statistical analysis, data gathering, or scientific study according

 

to subsection (5), the reports shall remain confidential.

 

     (7) Any statement that a juvenile makes during a competency

 

evaluation, or any evidence resulting from that statement, is not

 

subject to disclosure.

 

     Sec. 18s. (1) If the juvenile is incompetent to proceed but

 

the court finds that the juvenile may be restored to competency in

 

the foreseeable future, 1 of the following applies:

 


     (a) If the offense is a traffic offense or a misdemeanor other

 

than a serious misdemeanor, the matter shall be dismissed.

 

     (b) If the offense is a serious misdemeanor, the court may

 

dismiss the matter or suspend the proceedings against the juvenile.

 

     (c) If the offense is a felony, the proceedings against the

 

juvenile shall be further suspended.

 

     (2) If proceedings are suspended because the juvenile is

 

incompetent to proceed but the court finds that the juvenile may be

 

restored to competency in the foreseeable future, all of the

 

following apply:

 

     (a) Before issuing a restoration order, the court shall hold a

 

hearing to determine the least restrictive alternative setting for

 

completion of the restoration.

 

     (b) The court may issue a restoration order that is valid for

 

60 days from the date of the initial finding of incompetency or

 

until 1 of the following occurs, whichever occurs first:

 

     (i) The qualified restoration provider submits a report that

 

the juvenile has regained competency or that there is no

 

substantial probability that the juvenile will regain competency

 

within the period of the order.

 

     (ii) The charges are dismissed.

 

     (iii) The juvenile reaches 18 years of age.

 

     (c) Following issuance of the restoration order, the qualified

 

restoration provider shall submit a report to the court and the

 

qualified forensic mental health examiner that includes the

 

information required under section 18p of this chapter. The report

 

shall be submitted to the court and the qualified forensic mental

 


health examiner every 30 days, or sooner if and at the time either

 

of the following occurs:

 

     (i) The qualified restoration provider determines that the

 

juvenile is no longer incompetent to proceed.

 

     (ii) The qualified restoration provider determines that there

 

is no substantial probability that the juvenile will be competent

 

to proceed within the period of the order.

 

     (3) Not later than 14 days before the expiration of the

 

initial 60-day order, the qualified restoration provider may

 

recommend to the court and the qualified forensic mental health

 

examiner that the restoration order be renewed by the court for

 

another 60 days, if there is a substantial probability that the

 

juvenile will not be incompetent to proceed within the period of

 

that renewed restoration order. The restoration order and any

 

renewed restoration order shall not exceed a total of 120 days.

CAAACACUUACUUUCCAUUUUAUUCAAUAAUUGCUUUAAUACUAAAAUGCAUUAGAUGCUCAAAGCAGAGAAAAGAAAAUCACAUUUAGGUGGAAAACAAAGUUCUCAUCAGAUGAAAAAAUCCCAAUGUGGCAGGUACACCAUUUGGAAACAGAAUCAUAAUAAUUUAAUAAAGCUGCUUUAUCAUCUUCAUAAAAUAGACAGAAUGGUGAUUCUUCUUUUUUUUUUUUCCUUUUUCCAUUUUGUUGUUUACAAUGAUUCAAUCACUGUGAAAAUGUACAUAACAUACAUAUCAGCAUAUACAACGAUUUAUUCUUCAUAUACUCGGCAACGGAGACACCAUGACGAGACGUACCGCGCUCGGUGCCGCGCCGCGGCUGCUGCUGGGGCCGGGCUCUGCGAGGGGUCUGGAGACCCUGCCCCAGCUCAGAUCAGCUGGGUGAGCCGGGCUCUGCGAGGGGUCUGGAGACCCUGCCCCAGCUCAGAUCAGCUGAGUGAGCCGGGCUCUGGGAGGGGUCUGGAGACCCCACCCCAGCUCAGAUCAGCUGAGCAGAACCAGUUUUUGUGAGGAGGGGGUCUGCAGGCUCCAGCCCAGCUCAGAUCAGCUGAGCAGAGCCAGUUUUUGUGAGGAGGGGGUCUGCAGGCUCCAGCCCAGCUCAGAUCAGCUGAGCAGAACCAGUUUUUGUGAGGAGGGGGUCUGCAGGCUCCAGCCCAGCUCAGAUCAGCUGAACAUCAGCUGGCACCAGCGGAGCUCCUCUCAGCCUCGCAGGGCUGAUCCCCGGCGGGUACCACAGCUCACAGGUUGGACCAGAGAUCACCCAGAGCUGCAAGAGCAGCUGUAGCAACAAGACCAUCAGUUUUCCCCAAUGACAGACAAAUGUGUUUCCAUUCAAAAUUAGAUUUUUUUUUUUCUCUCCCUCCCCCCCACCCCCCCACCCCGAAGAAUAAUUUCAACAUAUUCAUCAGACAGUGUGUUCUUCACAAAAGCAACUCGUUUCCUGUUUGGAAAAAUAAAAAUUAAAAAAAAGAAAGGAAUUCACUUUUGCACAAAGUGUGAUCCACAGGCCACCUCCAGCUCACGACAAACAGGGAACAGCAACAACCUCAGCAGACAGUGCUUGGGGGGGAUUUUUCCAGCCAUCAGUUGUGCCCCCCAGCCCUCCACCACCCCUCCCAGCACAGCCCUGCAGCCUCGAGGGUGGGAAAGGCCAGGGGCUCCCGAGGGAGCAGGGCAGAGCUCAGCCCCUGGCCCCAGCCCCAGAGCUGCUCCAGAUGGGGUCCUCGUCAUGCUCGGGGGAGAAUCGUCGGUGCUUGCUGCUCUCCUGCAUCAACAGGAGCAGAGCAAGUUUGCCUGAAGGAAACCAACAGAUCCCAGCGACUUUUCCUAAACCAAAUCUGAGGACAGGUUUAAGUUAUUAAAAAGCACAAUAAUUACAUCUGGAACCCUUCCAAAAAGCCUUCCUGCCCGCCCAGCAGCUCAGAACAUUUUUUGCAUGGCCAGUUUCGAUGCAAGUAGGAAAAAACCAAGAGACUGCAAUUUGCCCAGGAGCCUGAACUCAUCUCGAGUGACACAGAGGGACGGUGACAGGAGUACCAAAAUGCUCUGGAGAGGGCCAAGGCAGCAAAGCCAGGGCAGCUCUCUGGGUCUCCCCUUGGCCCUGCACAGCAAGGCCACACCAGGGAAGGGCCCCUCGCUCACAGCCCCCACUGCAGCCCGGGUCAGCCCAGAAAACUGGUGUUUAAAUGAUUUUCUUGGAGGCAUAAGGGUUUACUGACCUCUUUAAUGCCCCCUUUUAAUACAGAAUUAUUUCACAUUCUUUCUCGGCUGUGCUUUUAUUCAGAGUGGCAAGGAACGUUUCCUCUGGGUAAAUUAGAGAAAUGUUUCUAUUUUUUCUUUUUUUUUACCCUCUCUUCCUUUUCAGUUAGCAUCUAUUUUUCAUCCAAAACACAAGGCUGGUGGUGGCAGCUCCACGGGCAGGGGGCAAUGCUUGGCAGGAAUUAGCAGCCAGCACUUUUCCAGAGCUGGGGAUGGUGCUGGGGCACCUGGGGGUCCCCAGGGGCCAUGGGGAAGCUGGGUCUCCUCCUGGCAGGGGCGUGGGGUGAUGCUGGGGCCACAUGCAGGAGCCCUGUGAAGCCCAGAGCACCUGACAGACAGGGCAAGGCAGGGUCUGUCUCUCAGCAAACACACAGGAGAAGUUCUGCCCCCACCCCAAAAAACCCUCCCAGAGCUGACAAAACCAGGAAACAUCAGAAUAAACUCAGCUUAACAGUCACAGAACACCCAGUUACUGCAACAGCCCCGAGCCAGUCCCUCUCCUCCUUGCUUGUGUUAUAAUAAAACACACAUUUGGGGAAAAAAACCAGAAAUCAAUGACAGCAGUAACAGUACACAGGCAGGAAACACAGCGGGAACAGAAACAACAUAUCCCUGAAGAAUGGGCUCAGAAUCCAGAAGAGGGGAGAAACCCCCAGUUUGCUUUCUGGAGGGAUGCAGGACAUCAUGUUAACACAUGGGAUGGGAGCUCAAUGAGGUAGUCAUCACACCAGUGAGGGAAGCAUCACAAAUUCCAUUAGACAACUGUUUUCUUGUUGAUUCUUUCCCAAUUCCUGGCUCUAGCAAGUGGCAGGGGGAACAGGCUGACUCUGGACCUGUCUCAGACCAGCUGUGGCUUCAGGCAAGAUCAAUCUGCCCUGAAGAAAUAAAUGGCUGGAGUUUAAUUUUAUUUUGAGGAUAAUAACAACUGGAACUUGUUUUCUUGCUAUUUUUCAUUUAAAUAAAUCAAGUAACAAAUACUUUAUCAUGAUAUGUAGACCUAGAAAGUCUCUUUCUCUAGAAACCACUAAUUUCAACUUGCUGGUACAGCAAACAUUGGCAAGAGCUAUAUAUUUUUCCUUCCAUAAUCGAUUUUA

(4) Except as otherwise provided in this section, upon receipt

 

of a report that there is a substantial probability that the

 

juvenile will remain incompetent to proceed for the foreseeable

 

future or within the period of the restoration order, the court

 

shall do both of the following:

 

     (a) Determine custody of the juvenile as follows:

 

     (i) The court may direct that civil commitment proceedings be

 

initiated, as allowed under section 498d of the mental health code.

 

     (ii) If the court determines that commitment proceedings are

 

inappropriate, the juvenile shall be released to the juvenile's

 

parent, legal guardian, or legal custodian under conditions

 

considered appropriate to the court.

 


     (b) Dismiss the charges against the juvenile.

 

     (5) Upon receipt of a report that there is a substantial

 

probability that the juvenile is unable to be restored due to

 

serious emotional disturbance, the court may in its discretion,

 

except as provided under the youth rehabilitation services act,

 

1974 PA 150, MCL 803.301 to 803.309, order that mental health

 

services be provided to the juvenile by the department of community

 

health, a community mental health services program, the department

 

of human services, a county department of human services, or

 

another appropriate mental health services provider for a period

 

not to exceed 60 days. The court shall retain jurisdiction over the

 

juvenile throughout the duration of the order. The entity ordered

 

to provide services under this subsection shall continue to provide

 

services for the duration of the period of treatment ordered by the

 

court.

 

     (6) Not later than 14 days before the expiration of an order

 

for treatment under this subsection or subsection (5), the entity

 

providing mental health services under that order shall submit a

 

report to the court and the qualified forensic mental health

 

examiner regarding the juvenile. Upon receipt of the report, the

 

court shall review the report and do either of the following:

 

     (a) Renew the order for another period of treatment not to

 

exceed 60 days.

 

     (b) Determine custody of the juvenile and dismiss the charges

 

against the juvenile.